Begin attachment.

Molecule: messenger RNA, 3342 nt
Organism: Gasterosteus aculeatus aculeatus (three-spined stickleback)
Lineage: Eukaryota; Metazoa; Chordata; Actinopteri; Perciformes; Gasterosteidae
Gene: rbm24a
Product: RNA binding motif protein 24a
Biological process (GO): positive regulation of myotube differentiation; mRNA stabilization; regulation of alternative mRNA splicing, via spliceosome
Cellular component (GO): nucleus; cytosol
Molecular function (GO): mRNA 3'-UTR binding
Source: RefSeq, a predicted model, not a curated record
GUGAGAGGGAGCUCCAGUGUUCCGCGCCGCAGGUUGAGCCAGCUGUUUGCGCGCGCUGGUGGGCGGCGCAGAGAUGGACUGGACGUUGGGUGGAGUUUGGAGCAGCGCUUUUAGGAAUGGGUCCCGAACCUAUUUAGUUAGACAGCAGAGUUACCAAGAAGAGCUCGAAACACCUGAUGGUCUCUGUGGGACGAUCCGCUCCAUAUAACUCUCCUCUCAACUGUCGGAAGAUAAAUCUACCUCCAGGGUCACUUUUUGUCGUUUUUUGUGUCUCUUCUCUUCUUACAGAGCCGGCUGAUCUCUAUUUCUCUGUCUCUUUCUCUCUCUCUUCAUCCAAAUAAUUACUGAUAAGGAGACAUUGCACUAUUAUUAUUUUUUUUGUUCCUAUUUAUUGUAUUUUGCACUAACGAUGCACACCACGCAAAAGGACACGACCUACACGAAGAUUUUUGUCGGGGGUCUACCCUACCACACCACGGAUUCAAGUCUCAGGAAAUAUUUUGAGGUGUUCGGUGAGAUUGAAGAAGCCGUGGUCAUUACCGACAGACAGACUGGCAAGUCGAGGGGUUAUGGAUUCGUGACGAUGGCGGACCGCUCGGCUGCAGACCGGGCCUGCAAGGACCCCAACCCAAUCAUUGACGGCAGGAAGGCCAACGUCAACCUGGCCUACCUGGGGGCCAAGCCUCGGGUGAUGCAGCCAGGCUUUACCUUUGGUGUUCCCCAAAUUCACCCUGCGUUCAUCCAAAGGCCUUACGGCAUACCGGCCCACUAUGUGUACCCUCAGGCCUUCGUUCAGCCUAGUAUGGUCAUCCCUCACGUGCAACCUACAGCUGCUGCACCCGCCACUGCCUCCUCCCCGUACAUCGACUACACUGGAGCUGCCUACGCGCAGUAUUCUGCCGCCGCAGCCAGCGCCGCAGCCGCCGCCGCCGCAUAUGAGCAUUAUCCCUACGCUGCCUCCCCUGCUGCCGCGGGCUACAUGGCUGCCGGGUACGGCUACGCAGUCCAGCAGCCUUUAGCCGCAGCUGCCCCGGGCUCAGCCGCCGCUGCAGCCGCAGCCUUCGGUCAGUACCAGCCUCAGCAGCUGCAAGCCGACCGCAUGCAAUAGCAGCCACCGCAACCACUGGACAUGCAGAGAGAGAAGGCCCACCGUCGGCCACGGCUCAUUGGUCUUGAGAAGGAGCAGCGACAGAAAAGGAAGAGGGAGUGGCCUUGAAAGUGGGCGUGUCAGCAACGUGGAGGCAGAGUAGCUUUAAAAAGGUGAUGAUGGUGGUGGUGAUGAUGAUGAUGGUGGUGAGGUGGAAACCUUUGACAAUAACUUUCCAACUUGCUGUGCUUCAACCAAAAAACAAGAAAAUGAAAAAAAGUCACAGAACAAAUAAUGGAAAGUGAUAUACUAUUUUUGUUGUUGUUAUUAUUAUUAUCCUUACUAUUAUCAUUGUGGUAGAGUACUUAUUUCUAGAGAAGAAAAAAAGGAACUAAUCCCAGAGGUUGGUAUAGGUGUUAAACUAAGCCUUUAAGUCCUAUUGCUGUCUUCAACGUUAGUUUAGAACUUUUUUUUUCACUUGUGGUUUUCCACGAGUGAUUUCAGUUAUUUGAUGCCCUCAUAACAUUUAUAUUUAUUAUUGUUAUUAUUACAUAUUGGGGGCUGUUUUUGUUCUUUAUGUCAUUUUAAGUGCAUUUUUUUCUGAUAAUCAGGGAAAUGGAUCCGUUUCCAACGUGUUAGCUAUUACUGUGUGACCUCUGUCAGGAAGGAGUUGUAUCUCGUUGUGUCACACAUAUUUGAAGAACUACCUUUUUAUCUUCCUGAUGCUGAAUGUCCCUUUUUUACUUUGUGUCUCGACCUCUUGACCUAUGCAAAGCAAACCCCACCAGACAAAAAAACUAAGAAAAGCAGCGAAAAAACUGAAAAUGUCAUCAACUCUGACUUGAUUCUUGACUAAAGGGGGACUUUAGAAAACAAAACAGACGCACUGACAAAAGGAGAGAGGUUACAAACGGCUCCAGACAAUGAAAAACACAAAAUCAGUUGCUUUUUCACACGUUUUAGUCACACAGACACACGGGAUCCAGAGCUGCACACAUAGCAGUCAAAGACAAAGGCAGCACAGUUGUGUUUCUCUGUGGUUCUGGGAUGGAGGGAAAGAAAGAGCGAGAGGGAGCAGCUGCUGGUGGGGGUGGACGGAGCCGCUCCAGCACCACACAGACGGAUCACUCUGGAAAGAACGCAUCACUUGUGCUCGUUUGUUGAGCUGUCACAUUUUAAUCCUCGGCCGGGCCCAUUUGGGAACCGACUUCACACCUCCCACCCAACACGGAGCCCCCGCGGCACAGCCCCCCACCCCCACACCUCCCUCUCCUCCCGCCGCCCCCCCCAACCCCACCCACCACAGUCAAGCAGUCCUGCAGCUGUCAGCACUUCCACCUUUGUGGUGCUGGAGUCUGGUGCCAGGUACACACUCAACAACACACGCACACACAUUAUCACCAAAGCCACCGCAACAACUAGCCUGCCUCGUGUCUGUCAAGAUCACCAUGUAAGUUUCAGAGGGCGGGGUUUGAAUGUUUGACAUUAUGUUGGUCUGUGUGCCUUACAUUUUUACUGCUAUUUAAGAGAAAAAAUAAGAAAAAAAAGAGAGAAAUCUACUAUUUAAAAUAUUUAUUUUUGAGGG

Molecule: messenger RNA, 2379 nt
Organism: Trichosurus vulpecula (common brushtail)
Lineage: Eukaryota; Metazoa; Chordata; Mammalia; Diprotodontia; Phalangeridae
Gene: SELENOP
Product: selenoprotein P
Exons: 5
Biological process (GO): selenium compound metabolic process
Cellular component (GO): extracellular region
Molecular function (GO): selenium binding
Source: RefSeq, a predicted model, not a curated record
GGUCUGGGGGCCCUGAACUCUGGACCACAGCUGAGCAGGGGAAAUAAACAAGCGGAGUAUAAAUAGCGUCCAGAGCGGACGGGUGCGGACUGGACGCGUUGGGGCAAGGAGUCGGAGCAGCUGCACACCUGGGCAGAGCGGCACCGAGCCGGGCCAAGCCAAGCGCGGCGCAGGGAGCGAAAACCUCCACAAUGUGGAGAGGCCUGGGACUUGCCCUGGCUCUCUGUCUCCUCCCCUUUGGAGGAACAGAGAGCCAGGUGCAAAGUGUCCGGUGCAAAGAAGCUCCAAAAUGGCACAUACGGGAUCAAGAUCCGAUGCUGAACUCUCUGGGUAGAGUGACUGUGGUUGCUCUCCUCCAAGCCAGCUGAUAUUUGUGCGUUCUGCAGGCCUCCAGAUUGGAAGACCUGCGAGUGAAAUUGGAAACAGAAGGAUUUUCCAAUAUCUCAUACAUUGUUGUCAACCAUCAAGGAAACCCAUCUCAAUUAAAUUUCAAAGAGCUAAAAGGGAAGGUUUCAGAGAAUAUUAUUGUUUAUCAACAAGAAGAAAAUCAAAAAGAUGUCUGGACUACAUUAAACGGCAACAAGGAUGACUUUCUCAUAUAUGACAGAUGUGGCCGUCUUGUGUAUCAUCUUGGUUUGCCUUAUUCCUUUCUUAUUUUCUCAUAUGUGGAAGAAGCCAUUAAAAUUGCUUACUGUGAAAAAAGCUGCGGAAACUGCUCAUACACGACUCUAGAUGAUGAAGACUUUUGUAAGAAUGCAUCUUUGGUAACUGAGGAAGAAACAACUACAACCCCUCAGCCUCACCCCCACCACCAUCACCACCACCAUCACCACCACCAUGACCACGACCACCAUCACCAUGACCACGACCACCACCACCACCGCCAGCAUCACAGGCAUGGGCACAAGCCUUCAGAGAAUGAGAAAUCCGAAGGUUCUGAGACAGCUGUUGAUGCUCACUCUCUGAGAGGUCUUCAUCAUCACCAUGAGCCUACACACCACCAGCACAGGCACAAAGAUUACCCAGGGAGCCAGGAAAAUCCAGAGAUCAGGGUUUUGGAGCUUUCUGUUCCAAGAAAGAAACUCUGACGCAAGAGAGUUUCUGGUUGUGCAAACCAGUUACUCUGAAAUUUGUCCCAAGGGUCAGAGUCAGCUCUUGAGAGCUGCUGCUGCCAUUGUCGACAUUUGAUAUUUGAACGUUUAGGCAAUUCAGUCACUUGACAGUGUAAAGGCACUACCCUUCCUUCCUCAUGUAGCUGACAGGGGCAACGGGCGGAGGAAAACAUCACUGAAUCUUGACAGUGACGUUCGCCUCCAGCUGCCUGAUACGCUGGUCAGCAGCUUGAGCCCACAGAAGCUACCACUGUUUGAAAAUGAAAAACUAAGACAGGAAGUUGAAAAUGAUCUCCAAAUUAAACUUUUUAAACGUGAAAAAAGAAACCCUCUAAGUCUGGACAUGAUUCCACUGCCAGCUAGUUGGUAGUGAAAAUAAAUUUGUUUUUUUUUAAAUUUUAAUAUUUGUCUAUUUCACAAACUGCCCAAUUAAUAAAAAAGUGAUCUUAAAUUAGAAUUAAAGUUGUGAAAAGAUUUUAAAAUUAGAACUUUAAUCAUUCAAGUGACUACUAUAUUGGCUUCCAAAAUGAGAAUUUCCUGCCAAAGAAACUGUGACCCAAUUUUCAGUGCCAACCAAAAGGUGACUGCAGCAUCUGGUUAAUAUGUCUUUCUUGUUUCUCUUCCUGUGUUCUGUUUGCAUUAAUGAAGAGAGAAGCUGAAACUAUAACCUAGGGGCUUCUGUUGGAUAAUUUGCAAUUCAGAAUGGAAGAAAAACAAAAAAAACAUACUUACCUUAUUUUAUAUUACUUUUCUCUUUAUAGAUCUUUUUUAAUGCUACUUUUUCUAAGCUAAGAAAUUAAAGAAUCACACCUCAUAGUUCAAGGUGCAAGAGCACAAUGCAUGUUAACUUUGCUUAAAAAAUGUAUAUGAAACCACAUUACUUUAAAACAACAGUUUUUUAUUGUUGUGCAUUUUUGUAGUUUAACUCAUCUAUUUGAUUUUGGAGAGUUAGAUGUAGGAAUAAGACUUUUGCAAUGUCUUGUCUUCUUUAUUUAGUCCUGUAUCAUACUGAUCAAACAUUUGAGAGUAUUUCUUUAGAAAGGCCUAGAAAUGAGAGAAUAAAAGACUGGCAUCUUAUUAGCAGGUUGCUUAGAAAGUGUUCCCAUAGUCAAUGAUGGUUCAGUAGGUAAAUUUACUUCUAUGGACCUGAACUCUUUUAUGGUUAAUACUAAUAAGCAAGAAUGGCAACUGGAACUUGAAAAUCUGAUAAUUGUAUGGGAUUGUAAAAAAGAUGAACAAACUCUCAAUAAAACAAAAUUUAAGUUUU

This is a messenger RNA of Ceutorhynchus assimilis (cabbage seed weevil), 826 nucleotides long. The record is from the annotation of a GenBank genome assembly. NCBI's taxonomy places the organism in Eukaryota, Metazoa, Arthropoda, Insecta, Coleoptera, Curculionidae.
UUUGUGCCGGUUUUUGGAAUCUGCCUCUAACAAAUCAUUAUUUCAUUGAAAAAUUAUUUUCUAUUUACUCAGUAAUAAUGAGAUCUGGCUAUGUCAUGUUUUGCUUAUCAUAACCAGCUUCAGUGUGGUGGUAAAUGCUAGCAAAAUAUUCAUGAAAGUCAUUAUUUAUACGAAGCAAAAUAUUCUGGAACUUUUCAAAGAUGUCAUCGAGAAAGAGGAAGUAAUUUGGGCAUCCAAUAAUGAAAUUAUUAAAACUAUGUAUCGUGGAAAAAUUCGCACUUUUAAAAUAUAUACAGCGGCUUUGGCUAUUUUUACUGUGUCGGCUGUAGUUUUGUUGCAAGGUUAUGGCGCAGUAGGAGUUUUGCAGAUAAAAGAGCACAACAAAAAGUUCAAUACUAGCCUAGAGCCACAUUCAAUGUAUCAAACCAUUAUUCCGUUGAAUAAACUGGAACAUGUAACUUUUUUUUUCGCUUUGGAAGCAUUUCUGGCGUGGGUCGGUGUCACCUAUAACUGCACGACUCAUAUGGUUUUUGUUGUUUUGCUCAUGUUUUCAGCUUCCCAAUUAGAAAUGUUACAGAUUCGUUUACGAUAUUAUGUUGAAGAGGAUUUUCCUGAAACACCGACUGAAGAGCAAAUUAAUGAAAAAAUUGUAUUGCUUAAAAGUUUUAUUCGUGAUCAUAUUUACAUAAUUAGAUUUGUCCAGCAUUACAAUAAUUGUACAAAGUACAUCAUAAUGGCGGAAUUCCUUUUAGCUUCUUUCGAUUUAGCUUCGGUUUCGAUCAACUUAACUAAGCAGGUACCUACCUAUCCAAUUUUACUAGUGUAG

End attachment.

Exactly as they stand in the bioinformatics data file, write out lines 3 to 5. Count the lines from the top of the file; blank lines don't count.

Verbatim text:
Lineage: Eukaryota; Metazoa; Chordata; Actinopteri; Perciformes; Gasterosteidae
Gene: rbm24a
Product: RNA binding motif protein 24a